We suggest using ordinary household detergents as they have no harsh chemicals. After washing, move it to a separate container and rinse it in clean, warm water.

Step 4: Inspect the Air Filter

Now inspect the filter and check if the glued seams are intact. Also, check for any rips, cuts, holes, or tears in the foam and see that the foam is not breaking down. If there are any of these issues, it might be time to replace your filter.

Remember to look at the corners to remove any dirt that may have stuck in the filter. An air filter that is in bad condition risks getting dirt in your engine.

Step 5: Dry

Carefully shake the air filter or squeeze it with a clean rag to drain excess water. This will speed up the drying process. Now set it down in a warm, dust-free environment, so it can thoroughly air dry.

Do not dry the filter using heat, as it might melt the glue that holds the seams together. Also, never leave the filter under direct sunshine since UV may make the foam harden or crack.

Ensure it is completely dry before proceeding to the next step. If water is left in, and you apply oil, you risk trapping moisture within the filter. This might eventually damage the engine.

Step 6: Apply Oil to the Filter

When applying oil, ensure you spread the oil evenly to every corner of the air filter. You can use different methods to oil the air filter:

  1. Get a bottle of oil and pour a small amount at the top of the filter. Then carefully put the oil on the entire air filter.
  2. Use an aerosol spray to spritz oil all over the filter. Then work it in with a gentle massage and let the oil wick for 20 minutes to get it even. Or;
  3. You can submerge the air filter in oil.

The latter is the best way to apply oil to the filter! This method ensures the oil gets everywhere in the form filter.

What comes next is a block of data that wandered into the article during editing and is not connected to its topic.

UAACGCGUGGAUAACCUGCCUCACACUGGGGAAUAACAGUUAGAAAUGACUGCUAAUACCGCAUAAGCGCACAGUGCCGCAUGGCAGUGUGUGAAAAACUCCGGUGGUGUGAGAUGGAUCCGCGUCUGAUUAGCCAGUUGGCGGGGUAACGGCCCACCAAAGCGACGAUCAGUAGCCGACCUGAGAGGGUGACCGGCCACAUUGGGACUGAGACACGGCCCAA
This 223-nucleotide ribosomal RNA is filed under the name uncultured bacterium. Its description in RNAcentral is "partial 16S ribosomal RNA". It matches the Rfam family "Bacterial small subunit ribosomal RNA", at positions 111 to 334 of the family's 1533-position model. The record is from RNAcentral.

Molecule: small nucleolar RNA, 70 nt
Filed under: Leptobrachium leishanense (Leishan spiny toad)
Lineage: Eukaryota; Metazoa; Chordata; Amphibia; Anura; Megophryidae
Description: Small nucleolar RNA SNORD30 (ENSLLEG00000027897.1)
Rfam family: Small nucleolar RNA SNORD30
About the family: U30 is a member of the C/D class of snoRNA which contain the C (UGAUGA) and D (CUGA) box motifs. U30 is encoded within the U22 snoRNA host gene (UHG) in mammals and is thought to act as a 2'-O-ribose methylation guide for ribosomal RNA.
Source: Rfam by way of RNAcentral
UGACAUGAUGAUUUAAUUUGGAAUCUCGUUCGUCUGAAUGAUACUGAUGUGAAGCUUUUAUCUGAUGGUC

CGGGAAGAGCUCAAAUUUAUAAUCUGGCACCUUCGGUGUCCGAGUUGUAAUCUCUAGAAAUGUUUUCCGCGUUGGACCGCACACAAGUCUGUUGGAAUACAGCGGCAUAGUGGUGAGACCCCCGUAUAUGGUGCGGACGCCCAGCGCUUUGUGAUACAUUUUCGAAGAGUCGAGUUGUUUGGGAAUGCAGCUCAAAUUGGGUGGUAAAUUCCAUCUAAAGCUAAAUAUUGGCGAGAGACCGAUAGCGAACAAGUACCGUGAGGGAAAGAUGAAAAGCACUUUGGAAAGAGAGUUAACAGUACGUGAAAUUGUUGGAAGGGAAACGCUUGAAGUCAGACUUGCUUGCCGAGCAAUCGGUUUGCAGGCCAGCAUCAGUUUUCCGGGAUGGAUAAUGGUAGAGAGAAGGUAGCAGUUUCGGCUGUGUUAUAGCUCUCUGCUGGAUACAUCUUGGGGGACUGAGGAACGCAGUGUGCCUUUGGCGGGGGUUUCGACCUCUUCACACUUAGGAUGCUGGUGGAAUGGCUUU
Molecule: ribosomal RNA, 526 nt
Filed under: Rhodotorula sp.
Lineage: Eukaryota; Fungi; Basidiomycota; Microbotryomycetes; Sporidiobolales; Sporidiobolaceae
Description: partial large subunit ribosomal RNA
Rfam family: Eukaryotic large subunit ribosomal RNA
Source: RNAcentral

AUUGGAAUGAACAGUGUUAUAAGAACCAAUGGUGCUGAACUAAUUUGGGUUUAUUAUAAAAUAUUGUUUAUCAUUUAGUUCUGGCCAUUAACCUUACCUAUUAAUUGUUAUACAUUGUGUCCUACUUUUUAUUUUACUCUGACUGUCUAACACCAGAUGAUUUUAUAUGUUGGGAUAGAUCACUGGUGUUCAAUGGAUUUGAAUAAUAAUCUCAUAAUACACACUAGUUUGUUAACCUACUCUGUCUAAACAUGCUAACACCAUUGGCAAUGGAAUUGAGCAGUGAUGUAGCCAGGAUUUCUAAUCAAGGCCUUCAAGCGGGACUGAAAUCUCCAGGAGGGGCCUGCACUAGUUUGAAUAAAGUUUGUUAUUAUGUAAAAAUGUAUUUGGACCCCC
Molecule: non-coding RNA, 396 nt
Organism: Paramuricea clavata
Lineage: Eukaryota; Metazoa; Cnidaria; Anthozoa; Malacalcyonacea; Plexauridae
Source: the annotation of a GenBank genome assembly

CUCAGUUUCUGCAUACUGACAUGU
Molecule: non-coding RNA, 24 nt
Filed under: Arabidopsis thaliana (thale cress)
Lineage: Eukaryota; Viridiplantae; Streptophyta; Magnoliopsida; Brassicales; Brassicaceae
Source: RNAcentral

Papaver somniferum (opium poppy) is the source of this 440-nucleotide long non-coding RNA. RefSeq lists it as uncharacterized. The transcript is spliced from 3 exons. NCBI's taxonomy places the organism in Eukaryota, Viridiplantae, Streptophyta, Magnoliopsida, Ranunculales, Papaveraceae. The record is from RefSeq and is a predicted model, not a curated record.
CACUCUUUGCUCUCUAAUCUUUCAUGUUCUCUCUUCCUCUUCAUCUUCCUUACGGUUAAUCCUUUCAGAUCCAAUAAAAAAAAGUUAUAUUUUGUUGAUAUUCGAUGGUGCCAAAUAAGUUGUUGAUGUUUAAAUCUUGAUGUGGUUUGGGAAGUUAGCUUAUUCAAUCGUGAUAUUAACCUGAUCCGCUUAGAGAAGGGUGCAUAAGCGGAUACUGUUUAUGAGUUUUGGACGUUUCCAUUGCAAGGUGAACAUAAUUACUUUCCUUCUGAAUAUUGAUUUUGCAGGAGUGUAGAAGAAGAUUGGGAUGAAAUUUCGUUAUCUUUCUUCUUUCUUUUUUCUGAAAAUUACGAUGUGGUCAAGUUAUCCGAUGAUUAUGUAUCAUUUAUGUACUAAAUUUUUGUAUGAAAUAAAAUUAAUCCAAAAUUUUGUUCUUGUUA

To submerge the air filter in oil, put fresh oil in a bucket or a plastic bag and dip the filter inside. After thoroughly saturating the filter, squeeze it out to eliminate excess oil. Do not twist or ring out, so you don’t damage the foam.

Next, massage the filter to spread the oil throughout the filter evenly. You should check if there are any dry spots. If you notice any dry spots, add more oil for perfect coverage. After finishing, hang it for some minutes to ensure the filter oil coagulates.

Note: You can use bio-oils, but remember that they are susceptible to breaking down. Once they break down, they can easily allow water to pass through in a wet environment.

Step 7: Grease the Air Filter

Put the air filter back on a clean cage. If the cage is dirty, clean it by spraying a small amount of contact cleaner and clearing the dirty spots using a rag. Then reinstall the cage and put a bit of grease around the edges of the rim.

Greasing is an extra precaution to make the filter seal tight against the surface of the air box. This part is important to prevent dirt or dust from getting to your engine. However, most modern bikes have a broader and tighter seal to cover the air filter, so you might not need to grease it.

Step 8: Reinsert the Air Filter

Now remove the paper towel you placed over the intake before refitting the filter. Then carefully hold the filter and put it back into the air box. Screw the wing nut into place and ensure everything lines up correctly.

Final Thoughts

It is essential to clean a dirt bike’s air filter to maintain a healthy engine. With time, the accumulation of debris, dust, and dirt will impede the airflow to the engine. A dirty air filter also will no longer prevent these particles from getting into your engine. This could damage the pistons, block the carburetor, and, in extreme cases, stop the engine from performing. But when cleaned, it ensures clean air enters the engine and combusts more fuel to provide more power.

Pro Tip: It helps to have a couple of air filters in preparation for your next ride. An air filter will only last for a while, even with regular cleaning. This is because, with time, the particles it stops from entering the intake system may rip, tear, or create holes in the foam.